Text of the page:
The Philippines has officially withdrawn from the International Criminal Court (ICC), thus becoming the second country to withdraw after Burundi, which left in 2017.
President Rodrigo Duterte announced the country was withdrawing from the court a year ago, but court rules require that withdrawal cannot take effect for at least 12 months.
While the Philippines no longer recognizes the Rome Statute, the withdrawal has no impact on on-going proceedings or any matter already under consideration by the court prior to the date on which the withdrawal became effective.
“[T]he Court retains its jurisdiction over crimes committed during the time the State was party to the Statute and may exercise this jurisdiction even after the withdrawal becomes effective,” tweeted ICC prosecutor Fatou Bensouda.
“My Office’s independent and impartial preliminary examination into the situation in the Philippines continues,” she also noted.
ICC prosecutor Fatou Bensouda had also said the ICC is poised to continue its preliminary examination into President Rodrigo Duterte’s bloody anti-drug campaign even after the country’s exit took effect on March 17.
Still, the ICC retains its jurisdiction over crimes committed during the time the Philippines was party to the tribunal from 2011 to March 16, 2019, Bensouda insisted.
She cited the case of Burundi, the first country to leave the ICC in October 2017. The tribunal continued its probe into alleged crimes against humanity in Burundi even after the country’s withdrawal took effect.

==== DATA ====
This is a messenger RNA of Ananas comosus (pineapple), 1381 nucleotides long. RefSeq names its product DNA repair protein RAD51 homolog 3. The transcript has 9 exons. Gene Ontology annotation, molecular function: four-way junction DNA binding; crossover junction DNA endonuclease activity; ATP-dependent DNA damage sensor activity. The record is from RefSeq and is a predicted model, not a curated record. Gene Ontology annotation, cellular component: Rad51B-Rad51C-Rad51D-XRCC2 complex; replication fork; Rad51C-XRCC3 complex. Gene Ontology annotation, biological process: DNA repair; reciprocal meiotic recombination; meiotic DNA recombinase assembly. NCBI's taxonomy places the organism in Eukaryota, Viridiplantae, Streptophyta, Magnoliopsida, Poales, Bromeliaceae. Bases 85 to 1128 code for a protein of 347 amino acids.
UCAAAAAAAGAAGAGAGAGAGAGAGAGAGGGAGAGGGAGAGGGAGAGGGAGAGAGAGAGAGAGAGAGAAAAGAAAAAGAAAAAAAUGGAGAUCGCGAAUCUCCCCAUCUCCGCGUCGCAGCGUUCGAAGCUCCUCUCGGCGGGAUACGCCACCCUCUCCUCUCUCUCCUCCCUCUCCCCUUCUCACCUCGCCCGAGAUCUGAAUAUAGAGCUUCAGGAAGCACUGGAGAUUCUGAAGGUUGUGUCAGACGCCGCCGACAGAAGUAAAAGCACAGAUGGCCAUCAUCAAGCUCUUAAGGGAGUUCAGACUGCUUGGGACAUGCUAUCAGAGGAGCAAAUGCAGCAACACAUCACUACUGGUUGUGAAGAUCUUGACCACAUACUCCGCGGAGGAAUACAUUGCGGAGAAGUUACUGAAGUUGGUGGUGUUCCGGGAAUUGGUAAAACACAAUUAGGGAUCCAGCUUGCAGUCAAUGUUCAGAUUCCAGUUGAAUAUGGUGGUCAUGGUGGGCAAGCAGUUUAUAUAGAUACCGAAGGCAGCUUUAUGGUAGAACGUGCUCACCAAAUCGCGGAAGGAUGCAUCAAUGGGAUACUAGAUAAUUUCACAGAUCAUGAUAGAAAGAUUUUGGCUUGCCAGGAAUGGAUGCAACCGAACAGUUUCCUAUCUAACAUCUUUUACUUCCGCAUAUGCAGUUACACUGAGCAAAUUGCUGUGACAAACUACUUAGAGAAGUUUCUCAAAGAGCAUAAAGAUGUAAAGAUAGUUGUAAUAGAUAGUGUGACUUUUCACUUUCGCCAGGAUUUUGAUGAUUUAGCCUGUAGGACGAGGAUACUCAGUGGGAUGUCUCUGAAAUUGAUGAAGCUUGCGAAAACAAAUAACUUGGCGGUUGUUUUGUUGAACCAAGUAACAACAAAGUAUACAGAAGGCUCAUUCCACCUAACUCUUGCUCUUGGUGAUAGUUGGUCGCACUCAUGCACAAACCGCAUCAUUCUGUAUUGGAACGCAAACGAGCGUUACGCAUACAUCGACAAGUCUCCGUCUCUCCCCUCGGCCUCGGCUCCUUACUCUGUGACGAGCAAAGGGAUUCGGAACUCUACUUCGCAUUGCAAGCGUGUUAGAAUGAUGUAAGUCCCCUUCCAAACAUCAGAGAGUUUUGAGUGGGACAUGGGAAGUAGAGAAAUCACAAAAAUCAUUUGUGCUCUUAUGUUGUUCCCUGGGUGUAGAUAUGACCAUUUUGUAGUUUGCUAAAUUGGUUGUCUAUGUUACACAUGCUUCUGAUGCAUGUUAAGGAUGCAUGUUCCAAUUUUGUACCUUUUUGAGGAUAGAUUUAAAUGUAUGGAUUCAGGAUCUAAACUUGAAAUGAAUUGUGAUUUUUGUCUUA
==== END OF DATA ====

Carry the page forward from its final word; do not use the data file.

In the meantime, the Republic of Korea President, Assembly of States Parties O-Gwon Kwon, expressed hope that the move by the Philippines was only temporary and that “it will re-join the Rome Statute family in the future.”
In a statement, he noted, “I sincerely hope that the departure of the Philippines from the Rome Statute is only temporary and that it will re-join the Rome Statute family in the future. Encouraging universal adherence to the Rome Statute is key in strengthening our collective efforts to promote accountability for atrocities, crimes, and the rule of law. The ICC relies on the continued support of the International Community to ensure its effectiveness in the fight against impunity.”
Marcia Wright, Readers Bureau, Fellow
Edited by Jesus Chan
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